After completing this course, you will be able to build an effective business case. You will understand what makes a business case, how to prepare one and how to design business cases to persuade decision makers.
Understanding what is a good business case will be followed by a description of the functions and elements of a business case. You will learn how to research and what to research in order to prepare yourself and how to align business case with organizational strategy.
Finding the best angle and making an effort to polish your business case will increase your chances. So, you will learn about the principles of business case design to respond to your identified decision makers.
A 12 Steps approach will guide your learning and practice:
In this course, you will learn how to plan, write, and present a business case to persuade key decision makers in your organization that your proposal is a winning initiative.
This course will show you the principles for preparing an effective business case, and it will guide you through the writing process, from defining your business need and gathering relevant information, right through to assessing the financial impact of your solution.
A business case is a document containing all of the information necessary for an individual, group, or organization to evaluate a proposed project. A good business case enables you to secure the resources and capital investment you need to implement your project.
The most obvious reason for putting together a business case is to persuade your organization to invest in a new project. However, a business case is not just a financial document.
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Present the course structure, objectives, overview and study guide.
It is important that you know when it is appropriate to write a business case, and that you have a clear vision of what you hope to achieve with it.
A business case is, above all, a selling tool. You use a business case to persuade senior executives in your organization that your proposed project is more deserving of budget approval than other competing bids.
When writing a business case, you should bear in mind its function - what you and the decision maker want the business case to do.
A business case defines a problem or opportunity, and outlines the steps that you intend to take to deal with the problem or opportunity.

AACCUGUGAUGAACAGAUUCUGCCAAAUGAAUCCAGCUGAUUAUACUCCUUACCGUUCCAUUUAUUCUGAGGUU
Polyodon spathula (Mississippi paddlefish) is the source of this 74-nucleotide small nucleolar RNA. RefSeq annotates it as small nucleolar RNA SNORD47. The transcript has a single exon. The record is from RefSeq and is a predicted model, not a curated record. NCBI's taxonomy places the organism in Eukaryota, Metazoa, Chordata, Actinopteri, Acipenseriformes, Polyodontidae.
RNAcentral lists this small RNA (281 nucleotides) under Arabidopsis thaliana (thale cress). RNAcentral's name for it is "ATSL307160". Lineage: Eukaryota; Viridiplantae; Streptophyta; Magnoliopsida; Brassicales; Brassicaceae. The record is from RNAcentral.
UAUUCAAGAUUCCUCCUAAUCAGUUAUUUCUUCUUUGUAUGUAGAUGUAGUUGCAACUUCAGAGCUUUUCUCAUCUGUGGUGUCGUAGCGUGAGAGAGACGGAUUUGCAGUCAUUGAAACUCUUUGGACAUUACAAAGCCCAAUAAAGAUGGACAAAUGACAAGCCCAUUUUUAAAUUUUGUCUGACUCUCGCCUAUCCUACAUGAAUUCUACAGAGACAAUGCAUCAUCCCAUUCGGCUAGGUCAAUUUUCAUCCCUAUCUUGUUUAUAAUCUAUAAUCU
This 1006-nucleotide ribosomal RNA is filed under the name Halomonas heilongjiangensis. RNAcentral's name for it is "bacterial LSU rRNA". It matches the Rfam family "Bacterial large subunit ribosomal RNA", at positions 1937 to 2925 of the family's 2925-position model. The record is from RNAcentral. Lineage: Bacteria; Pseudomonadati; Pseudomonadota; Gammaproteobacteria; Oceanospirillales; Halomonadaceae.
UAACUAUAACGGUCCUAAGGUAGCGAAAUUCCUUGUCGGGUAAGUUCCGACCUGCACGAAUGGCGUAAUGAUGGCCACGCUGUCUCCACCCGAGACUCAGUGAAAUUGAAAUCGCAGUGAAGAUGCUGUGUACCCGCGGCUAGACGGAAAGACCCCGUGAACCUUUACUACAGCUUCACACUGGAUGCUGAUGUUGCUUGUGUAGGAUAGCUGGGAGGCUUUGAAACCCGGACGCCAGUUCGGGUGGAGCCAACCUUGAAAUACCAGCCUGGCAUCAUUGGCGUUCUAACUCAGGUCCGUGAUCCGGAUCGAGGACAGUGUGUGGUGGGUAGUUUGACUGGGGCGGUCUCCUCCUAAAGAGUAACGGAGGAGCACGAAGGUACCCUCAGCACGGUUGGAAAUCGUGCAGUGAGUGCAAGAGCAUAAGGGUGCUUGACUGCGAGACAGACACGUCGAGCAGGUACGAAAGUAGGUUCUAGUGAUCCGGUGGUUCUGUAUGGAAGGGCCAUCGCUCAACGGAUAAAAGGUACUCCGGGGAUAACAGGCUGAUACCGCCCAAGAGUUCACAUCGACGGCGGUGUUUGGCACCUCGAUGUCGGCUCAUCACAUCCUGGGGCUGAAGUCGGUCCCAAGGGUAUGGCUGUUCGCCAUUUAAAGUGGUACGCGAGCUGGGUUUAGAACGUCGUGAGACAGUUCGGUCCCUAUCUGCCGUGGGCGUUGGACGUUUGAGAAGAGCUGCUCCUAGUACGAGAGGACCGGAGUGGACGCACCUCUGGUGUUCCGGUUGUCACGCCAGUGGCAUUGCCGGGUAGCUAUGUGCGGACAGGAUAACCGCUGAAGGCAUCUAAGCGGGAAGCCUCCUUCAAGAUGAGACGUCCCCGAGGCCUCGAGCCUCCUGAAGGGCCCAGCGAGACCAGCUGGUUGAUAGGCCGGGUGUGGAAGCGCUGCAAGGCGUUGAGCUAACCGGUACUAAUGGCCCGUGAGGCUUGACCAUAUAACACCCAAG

You use a business case to convince the decision makers in your organization that your project is deserving of resources.
A business case is a document that defines your project and its goals. It helps you allocate resources, make provisions for unforeseen obstacles, and facilitate good decision making.
The basic components in a business case include a current and pro forma balance sheet, an income statement, and a cash flow analysis.
When evaluating your business case, company decision makers are interested in how your proposed project intends to reach customers and create sales. You present this information within the marketing components section of your business case.
Understand the benefits, functions, elements and marketing components of a good business case.
An effective business case must be well written, interesting, to the point, and able to communicate a message to the reader effectively.
For your project to be a success, you must complete a cost and benefit analysis to establish whether
Your business case must document certain assumptions about the proposed project. These assumptions should be tested with project stakeholders and operational managers before you include them in the business case.
You need to discuss the strengths, weaknesses, opportunities, and threats (SWOT), as well as any risks associated with implementing the solution.
A powerful tool for measuring performance, Activity-based Costing (ABC) is used to identify, describe, assign costs to, and report on agency operations.
A more accurate cost-management system than traditional cost accounting, ABC identifies opportunities to improve business-process effectiveness and efficiency by determining the "true" cost of a product or service.
It is important to research the costs, benefits, assumptions, and constraints associated with a project, and to include your findings in your business case.
The decision makers who read your business case need this information in order to weigh the pros and cons of the project. You need to know how to identify and categorize the costs and benefits of your project.